Keel design advice please

Discussion in 'Boat Design' started by geoleo, Dec 25, 2013.

  1. geoleo
    Joined: Dec 2011
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    geoleo Junior Member

    Dear friends, I just purchased a 1983 Brewer 12.8 cutter/sloop. Similar to the WHtiby 42 but with a centerboard.. The former owner got mad at the centerboard and dropped it in a Bay in DR. Slot in keel still there. Now I want to close up slot next time in yard as I know it s causing drag. Its 3.5in wide X 6ft long x 2ft deep. I plan to just put about 5/8 thk FG over opening. Now here is my question: What, if anything , could I put in place that would make boat more stable and reduce lee way- I really don't care much about pointing ability. I was thinking of a sort of modified LARS keel like on some catamarans. Or even a bolted stainless steel 'L' maybe with a shape say 8X8x 3/4 Help please :)
     
  2. PAR
    Joined: Nov 2003
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    Location: Eustis, FL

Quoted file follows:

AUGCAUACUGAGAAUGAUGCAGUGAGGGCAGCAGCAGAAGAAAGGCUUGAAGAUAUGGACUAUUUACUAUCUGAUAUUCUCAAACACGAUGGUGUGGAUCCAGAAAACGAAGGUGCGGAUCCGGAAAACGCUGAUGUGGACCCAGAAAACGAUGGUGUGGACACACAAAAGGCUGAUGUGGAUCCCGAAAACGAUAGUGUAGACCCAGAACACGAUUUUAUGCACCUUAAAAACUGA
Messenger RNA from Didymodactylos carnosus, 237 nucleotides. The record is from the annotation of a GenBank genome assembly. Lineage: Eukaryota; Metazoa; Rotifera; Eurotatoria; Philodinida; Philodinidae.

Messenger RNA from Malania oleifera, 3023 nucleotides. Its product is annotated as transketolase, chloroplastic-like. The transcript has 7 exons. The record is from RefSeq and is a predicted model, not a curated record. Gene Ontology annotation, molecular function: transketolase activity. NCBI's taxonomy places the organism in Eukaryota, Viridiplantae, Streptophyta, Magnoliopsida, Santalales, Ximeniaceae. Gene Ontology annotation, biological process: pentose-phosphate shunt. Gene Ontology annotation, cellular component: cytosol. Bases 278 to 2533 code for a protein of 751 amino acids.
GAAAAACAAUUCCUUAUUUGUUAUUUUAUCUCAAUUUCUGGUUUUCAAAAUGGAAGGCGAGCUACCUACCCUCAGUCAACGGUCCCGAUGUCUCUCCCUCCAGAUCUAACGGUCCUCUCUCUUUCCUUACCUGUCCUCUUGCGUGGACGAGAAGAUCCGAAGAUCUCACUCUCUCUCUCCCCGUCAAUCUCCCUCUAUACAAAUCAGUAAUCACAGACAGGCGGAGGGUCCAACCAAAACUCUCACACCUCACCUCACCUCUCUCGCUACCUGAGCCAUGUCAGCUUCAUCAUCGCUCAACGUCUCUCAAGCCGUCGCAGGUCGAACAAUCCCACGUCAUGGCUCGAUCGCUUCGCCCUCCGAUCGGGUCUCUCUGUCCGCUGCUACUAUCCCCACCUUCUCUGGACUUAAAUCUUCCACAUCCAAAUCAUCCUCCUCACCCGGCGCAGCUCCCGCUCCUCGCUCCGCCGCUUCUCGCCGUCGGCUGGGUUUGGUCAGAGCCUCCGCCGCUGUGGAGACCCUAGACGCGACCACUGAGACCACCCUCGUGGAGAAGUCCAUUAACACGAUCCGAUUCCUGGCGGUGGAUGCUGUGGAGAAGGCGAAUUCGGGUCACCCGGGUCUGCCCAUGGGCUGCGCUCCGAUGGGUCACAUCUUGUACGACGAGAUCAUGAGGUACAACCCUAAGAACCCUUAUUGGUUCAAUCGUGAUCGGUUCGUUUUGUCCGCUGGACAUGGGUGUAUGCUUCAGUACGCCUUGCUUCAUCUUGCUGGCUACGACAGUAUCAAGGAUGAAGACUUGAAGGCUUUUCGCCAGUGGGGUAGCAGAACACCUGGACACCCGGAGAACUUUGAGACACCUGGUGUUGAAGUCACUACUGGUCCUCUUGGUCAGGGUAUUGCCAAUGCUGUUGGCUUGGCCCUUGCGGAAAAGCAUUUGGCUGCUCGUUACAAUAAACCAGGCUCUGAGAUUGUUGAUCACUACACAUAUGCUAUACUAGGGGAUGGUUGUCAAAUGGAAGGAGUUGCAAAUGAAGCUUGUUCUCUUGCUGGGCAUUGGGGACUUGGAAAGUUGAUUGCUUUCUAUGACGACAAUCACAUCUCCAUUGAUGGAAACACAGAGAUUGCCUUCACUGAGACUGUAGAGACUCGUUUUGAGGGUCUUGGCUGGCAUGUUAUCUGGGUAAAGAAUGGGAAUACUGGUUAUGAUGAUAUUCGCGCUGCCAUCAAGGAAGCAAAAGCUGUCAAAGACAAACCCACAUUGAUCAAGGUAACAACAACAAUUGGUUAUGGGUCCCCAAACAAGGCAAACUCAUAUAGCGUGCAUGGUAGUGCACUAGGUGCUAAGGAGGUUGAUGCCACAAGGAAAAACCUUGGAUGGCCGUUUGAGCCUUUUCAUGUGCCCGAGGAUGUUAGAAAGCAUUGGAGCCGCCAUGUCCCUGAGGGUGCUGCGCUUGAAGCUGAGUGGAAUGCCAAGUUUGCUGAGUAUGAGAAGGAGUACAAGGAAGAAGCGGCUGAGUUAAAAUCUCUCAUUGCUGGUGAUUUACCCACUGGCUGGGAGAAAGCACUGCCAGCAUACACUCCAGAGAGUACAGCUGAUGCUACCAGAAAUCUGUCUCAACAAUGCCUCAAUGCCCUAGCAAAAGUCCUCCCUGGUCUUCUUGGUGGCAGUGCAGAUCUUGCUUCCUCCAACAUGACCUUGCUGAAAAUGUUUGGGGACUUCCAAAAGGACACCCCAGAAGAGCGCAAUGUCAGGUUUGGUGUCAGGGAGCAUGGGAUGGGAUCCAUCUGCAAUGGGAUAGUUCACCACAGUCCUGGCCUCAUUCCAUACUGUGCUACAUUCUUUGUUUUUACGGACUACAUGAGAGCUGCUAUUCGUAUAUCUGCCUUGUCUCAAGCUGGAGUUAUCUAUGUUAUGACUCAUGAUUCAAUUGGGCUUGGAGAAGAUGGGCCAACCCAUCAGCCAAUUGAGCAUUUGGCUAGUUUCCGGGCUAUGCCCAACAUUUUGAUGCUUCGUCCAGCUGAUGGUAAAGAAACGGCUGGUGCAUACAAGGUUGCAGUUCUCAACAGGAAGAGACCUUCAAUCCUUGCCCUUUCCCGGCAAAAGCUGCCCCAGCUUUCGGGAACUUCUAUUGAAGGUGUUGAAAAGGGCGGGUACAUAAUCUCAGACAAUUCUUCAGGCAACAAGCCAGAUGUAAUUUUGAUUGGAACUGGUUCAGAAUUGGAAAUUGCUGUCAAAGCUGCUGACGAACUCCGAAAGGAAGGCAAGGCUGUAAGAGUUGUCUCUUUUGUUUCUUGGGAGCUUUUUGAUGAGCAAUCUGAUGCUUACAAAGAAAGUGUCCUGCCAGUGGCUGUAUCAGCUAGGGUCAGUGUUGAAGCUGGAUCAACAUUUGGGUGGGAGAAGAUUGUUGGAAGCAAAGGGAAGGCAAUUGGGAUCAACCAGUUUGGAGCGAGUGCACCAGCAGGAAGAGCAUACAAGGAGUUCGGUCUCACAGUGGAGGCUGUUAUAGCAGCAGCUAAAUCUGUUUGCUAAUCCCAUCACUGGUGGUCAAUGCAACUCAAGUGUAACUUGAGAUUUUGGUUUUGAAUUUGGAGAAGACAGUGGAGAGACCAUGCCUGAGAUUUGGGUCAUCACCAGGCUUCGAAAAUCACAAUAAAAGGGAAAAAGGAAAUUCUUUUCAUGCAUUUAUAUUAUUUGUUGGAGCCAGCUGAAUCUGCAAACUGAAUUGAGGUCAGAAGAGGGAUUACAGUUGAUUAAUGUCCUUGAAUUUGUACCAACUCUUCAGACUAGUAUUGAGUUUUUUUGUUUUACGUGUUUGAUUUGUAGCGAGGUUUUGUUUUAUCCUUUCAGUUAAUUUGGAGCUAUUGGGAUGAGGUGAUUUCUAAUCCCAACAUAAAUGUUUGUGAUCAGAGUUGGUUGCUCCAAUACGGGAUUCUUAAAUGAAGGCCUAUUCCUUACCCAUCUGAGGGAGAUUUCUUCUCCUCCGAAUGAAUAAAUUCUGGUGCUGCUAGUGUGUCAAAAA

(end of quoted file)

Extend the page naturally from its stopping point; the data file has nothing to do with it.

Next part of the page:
PAR Yacht Designer/Builder

    Contact Brewer, as the board was ballasted and you'll need to replace this weight.

    As to reducing leeway, well this requires lateral area, which with the board removed has been dramatically reduced (not good). Your boat also carries a healthy ballast/displacement ratio, of which the board was a significant portion, so you're screwed in the area as well.

    If you want more stability, you need weight down low. A bulb on the end of the fin will help, but not as well as a deeper fin or the old weighted board, both of which place the weight lower.

    The logical solution is a replacement board, as nothing has to change. If you want a board fee boat add a minimum of 6" to your current keel, though a foot would be better. Make the keel extension all lead and fill the forward portion of the slot with lead as well. The after portion of the slot can just be foamed.